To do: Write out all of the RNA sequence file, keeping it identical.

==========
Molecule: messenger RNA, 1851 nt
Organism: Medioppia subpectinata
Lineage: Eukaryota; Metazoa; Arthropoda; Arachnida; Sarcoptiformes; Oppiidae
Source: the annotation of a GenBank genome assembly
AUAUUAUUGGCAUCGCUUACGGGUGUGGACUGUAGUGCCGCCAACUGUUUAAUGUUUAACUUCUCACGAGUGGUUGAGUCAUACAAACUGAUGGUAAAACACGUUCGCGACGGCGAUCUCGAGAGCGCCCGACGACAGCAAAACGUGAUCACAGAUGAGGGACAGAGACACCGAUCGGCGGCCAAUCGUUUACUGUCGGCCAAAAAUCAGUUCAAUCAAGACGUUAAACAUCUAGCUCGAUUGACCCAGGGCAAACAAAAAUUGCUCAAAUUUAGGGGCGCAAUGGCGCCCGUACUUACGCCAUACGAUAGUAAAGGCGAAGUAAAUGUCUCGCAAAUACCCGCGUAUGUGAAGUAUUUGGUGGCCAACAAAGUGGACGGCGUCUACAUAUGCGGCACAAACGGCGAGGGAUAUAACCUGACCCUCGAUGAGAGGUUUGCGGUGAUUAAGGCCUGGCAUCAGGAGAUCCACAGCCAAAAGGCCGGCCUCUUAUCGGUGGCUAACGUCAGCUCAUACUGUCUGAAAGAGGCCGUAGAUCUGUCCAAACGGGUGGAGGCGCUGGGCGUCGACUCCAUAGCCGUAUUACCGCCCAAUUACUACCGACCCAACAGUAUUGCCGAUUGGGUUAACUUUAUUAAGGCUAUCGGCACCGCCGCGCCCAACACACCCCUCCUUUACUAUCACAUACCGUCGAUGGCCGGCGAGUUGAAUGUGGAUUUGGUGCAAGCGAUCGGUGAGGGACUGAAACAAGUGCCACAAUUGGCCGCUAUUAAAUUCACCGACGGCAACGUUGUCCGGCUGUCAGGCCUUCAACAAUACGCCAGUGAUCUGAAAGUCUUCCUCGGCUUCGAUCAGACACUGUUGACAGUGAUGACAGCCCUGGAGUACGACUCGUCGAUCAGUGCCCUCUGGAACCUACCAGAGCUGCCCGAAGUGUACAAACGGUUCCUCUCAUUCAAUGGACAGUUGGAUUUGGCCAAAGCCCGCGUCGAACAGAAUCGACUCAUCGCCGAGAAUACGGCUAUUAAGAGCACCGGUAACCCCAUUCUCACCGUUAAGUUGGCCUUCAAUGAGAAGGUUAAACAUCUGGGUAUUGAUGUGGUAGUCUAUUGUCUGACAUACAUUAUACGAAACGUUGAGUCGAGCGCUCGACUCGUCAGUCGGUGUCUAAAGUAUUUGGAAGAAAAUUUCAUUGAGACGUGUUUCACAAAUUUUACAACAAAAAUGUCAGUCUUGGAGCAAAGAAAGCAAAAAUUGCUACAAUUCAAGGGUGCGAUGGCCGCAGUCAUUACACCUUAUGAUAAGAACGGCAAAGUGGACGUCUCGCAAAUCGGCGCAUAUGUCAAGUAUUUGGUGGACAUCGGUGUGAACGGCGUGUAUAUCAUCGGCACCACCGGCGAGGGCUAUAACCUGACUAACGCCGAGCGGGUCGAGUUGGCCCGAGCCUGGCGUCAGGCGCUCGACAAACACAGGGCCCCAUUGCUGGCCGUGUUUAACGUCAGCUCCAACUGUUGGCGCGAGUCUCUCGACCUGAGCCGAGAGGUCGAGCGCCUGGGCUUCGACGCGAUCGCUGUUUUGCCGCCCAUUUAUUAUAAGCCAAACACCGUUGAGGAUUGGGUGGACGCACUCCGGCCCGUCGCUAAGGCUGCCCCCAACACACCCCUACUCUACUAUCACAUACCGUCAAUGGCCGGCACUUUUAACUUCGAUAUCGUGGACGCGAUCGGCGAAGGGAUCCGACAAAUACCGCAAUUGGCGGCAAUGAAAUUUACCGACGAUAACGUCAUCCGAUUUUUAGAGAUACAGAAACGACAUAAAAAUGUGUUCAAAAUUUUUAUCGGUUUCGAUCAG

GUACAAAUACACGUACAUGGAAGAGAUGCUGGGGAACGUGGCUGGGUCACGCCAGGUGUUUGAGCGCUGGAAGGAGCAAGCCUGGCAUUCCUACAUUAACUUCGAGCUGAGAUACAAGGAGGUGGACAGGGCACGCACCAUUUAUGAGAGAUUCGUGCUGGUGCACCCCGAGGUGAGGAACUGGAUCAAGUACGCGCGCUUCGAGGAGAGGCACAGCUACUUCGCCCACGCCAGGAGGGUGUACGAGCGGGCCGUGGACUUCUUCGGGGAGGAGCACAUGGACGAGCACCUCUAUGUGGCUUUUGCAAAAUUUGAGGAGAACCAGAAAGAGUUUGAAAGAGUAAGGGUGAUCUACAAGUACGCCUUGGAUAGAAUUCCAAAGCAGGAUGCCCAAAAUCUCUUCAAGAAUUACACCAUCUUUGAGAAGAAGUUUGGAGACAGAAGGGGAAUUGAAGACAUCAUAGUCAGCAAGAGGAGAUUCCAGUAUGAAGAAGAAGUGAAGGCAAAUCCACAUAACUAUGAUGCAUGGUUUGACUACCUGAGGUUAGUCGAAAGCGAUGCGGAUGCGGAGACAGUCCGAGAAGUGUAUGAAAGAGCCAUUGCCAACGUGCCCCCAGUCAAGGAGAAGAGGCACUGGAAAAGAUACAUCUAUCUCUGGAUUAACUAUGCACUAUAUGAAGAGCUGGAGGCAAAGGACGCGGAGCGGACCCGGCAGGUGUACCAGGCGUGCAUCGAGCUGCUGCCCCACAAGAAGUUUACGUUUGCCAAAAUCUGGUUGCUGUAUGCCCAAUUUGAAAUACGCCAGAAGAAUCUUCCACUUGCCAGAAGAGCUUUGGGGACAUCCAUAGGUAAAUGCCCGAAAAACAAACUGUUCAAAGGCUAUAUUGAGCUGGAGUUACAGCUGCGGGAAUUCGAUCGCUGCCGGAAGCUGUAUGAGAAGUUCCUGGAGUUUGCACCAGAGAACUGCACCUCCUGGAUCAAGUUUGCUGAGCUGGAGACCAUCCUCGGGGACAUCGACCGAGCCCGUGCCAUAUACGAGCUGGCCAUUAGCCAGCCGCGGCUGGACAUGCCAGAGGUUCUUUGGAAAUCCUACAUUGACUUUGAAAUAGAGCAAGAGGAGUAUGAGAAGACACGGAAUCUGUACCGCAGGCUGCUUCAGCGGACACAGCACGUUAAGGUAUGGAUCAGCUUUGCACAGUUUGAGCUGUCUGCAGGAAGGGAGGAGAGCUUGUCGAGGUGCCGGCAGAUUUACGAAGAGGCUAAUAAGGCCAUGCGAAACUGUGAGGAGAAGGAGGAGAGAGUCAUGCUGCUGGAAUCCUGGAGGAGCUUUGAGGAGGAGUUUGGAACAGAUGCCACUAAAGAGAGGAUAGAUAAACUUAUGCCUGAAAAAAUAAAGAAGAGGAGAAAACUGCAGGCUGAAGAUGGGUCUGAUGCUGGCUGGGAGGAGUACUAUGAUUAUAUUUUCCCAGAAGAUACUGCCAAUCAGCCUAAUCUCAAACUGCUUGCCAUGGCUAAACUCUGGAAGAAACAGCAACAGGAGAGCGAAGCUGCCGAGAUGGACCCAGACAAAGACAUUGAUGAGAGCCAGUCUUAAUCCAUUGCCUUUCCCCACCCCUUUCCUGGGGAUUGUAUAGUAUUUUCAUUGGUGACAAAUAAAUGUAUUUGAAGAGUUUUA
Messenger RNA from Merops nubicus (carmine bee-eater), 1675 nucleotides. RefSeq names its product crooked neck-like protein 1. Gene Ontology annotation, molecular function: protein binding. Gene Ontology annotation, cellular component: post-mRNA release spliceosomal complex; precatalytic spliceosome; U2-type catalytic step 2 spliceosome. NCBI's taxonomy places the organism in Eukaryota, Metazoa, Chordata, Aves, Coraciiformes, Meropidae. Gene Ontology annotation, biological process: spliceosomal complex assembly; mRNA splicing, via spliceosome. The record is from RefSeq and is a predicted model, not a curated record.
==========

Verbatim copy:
Molecule: messenger RNA, 1851 nt
Organism: Medioppia subpectinata
Lineage: Eukaryota; Metazoa; Arthropoda; Arachnida; Sarcoptiformes; Oppiidae
Source: the annotation of a GenBank genome assembly
AUAUUAUUGGCAUCGCUUACGGGUGUGGACUGUAGUGCCGCCAACUGUUUAAUGUUUAACUUCUCACGAGUGGUUGAGUCAUACAAACUGAUGGUAAAACACGUUCGCGACGGCGAUCUCGAGAGCGCCCGACGACAGCAAAACGUGAUCACAGAUGAGGGACAGAGACACCGAUCGGCGGCCAAUCGUUUACUGUCGGCCAAAAAUCAGUUCAAUCAAGACGUUAAACAUCUAGCUCGAUUGACCCAGGGCAAACAAAAAUUGCUCAAAUUUAGGGGCGCAAUGGCGCCCGUACUUACGCCAUACGAUAGUAAAGGCGAAGUAAAUGUCUCGCAAAUACCCGCGUAUGUGAAGUAUUUGGUGGCCAACAAAGUGGACGGCGUCUACAUAUGCGGCACAAACGGCGAGGGAUAUAACCUGACCCUCGAUGAGAGGUUUGCGGUGAUUAAGGCCUGGCAUCAGGAGAUCCACAGCCAAAAGGCCGGCCUCUUAUCGGUGGCUAACGUCAGCUCAUACUGUCUGAAAGAGGCCGUAGAUCUGUCCAAACGGGUGGAGGCGCUGGGCGUCGACUCCAUAGCCGUAUUACCGCCCAAUUACUACCGACCCAACAGUAUUGCCGAUUGGGUUAACUUUAUUAAGGCUAUCGGCACCGCCGCGCCCAACACACCCCUCCUUUACUAUCACAUACCGUCGAUGGCCGGCGAGUUGAAUGUGGAUUUGGUGCAAGCGAUCGGUGAGGGACUGAAACAAGUGCCACAAUUGGCCGCUAUUAAAUUCACCGACGGCAACGUUGUCCGGCUGUCAGGCCUUCAACAAUACGCCAGUGAUCUGAAAGUCUUCCUCGGCUUCGAUCAGACACUGUUGACAGUGAUGACAGCCCUGGAGUACGACUCGUCGAUCAGUGCCCUCUGGAACCUACCAGAGCUGCCCGAAGUGUACAAACGGUUCCUCUCAUUCAAUGGACAGUUGGAUUUGGCCAAAGCCCGCGUCGAACAGAAUCGACUCAUCGCCGAGAAUACGGCUAUUAAGAGCACCGGUAACCCCAUUCUCACCGUUAAGUUGGCCUUCAAUGAGAAGGUUAAACAUCUGGGUAUUGAUGUGGUAGUCUAUUGUCUGACAUACAUUAUACGAAACGUUGAGUCGAGCGCUCGACUCGUCAGUCGGUGUCUAAAGUAUUUGGAAGAAAAUUUCAUUGAGACGUGUUUCACAAAUUUUACAACAAAAAUGUCAGUCUUGGAGCAAAGAAAGCAAAAAUUGCUACAAUUCAAGGGUGCGAUGGCCGCAGUCAUUACACCUUAUGAUAAGAACGGCAAAGUGGACGUCUCGCAAAUCGGCGCAUAUGUCAAGUAUUUGGUGGACAUCGGUGUGAACGGCGUGUAUAUCAUCGGCACCACCGGCGAGGGCUAUAACCUGACUAACGCCGAGCGGGUCGAGUUGGCCCGAGCCUGGCGUCAGGCGCUCGACAAACACAGGGCCCCAUUGCUGGCCGUGUUUAACGUCAGCUCCAACUGUUGGCGCGAGUCUCUCGACCUGAGCCGAGAGGUCGAGCGCCUGGGCUUCGACGCGAUCGCUGUUUUGCCGCCCAUUUAUUAUAAGCCAAACACCGUUGAGGAUUGGGUGGACGCACUCCGGCCCGUCGCUAAGGCUGCCCCCAACACACCCCUACUCUACUAUCACAUACCGUCAAUGGCCGGCACUUUUAACUUCGAUAUCGUGGACGCGAUCGGCGAAGGGAUCCGACAAAUACCGCAAUUGGCGGCAAUGAAAUUUACCGACGAUAACGUCAUCCGAUUUUUAGAGAUACAGAAACGACAUAAAAAUGUGUUCAAAAUUUUUAUCGGUUUCGAUCAG

GUACAAAUACACGUACAUGGAAGAGAUGCUGGGGAACGUGGCUGGGUCACGCCAGGUGUUUGAGCGCUGGAAGGAGCAAGCCUGGCAUUCCUACAUUAACUUCGAGCUGAGAUACAAGGAGGUGGACAGGGCACGCACCAUUUAUGAGAGAUUCGUGCUGGUGCACCCCGAGGUGAGGAACUGGAUCAAGUACGCGCGCUUCGAGGAGAGGCACAGCUACUUCGCCCACGCCAGGAGGGUGUACGAGCGGGCCGUGGACUUCUUCGGGGAGGAGCACAUGGACGAGCACCUCUAUGUGGCUUUUGCAAAAUUUGAGGAGAACCAGAAAGAGUUUGAAAGAGUAAGGGUGAUCUACAAGUACGCCUUGGAUAGAAUUCCAAAGCAGGAUGCCCAAAAUCUCUUCAAGAAUUACACCAUCUUUGAGAAGAAGUUUGGAGACAGAAGGGGAAUUGAAGACAUCAUAGUCAGCAAGAGGAGAUUCCAGUAUGAAGAAGAAGUGAAGGCAAAUCCACAUAACUAUGAUGCAUGGUUUGACUACCUGAGGUUAGUCGAAAGCGAUGCGGAUGCGGAGACAGUCCGAGAAGUGUAUGAAAGAGCCAUUGCCAACGUGCCCCCAGUCAAGGAGAAGAGGCACUGGAAAAGAUACAUCUAUCUCUGGAUUAACUAUGCACUAUAUGAAGAGCUGGAGGCAAAGGACGCGGAGCGGACCCGGCAGGUGUACCAGGCGUGCAUCGAGCUGCUGCCCCACAAGAAGUUUACGUUUGCCAAAAUCUGGUUGCUGUAUGCCCAAUUUGAAAUACGCCAGAAGAAUCUUCCACUUGCCAGAAGAGCUUUGGGGACAUCCAUAGGUAAAUGCCCGAAAAACAAACUGUUCAAAGGCUAUAUUGAGCUGGAGUUACAGCUGCGGGAAUUCGAUCGCUGCCGGAAGCUGUAUGAGAAGUUCCUGGAGUUUGCACCAGAGAACUGCACCUCCUGGAUCAAGUUUGCUGAGCUGGAGACCAUCCUCGGGGACAUCGACCGAGCCCGUGCCAUAUACGAGCUGGCCAUUAGCCAGCCGCGGCUGGACAUGCCAGAGGUUCUUUGGAAAUCCUACAUUGACUUUGAAAUAGAGCAAGAGGAGUAUGAGAAGACACGGAAUCUGUACCGCAGGCUGCUUCAGCGGACACAGCACGUUAAGGUAUGGAUCAGCUUUGCACAGUUUGAGCUGUCUGCAGGAAGGGAGGAGAGCUUGUCGAGGUGCCGGCAGAUUUACGAAGAGGCUAAUAAGGCCAUGCGAAACUGUGAGGAGAAGGAGGAGAGAGUCAUGCUGCUGGAAUCCUGGAGGAGCUUUGAGGAGGAGUUUGGAACAGAUGCCACUAAAGAGAGGAUAGAUAAACUUAUGCCUGAAAAAAUAAAGAAGAGGAGAAAACUGCAGGCUGAAGAUGGGUCUGAUGCUGGCUGGGAGGAGUACUAUGAUUAUAUUUUCCCAGAAGAUACUGCCAAUCAGCCUAAUCUCAAACUGCUUGCCAUGGCUAAACUCUGGAAGAAACAGCAACAGGAGAGCGAAGCUGCCGAGAUGGACCCAGACAAAGACAUUGAUGAGAGCCAGUCUUAAUCCAUUGCCUUUCCCCACCCCUUUCCUGGGGAUUGUAUAGUAUUUUCAUUGGUGACAAAUAAAUGUAUUUGAAGAGUUUUA
Messenger RNA from Merops nubicus (carmine bee-eater), 1675 nucleotides. RefSeq names its product crooked neck-like protein 1. Gene Ontology annotation, molecular function: protein binding. Gene Ontology annotation, cellular component: post-mRNA release spliceosomal complex; precatalytic spliceosome; U2-type catalytic step 2 spliceosome. NCBI's taxonomy places the organism in Eukaryota, Metazoa, Chordata, Aves, Coraciiformes, Meropidae. Gene Ontology annotation, biological process: spliceosomal complex assembly; mRNA splicing, via spliceosome. The record is from RefSeq and is a predicted model, not a curated record.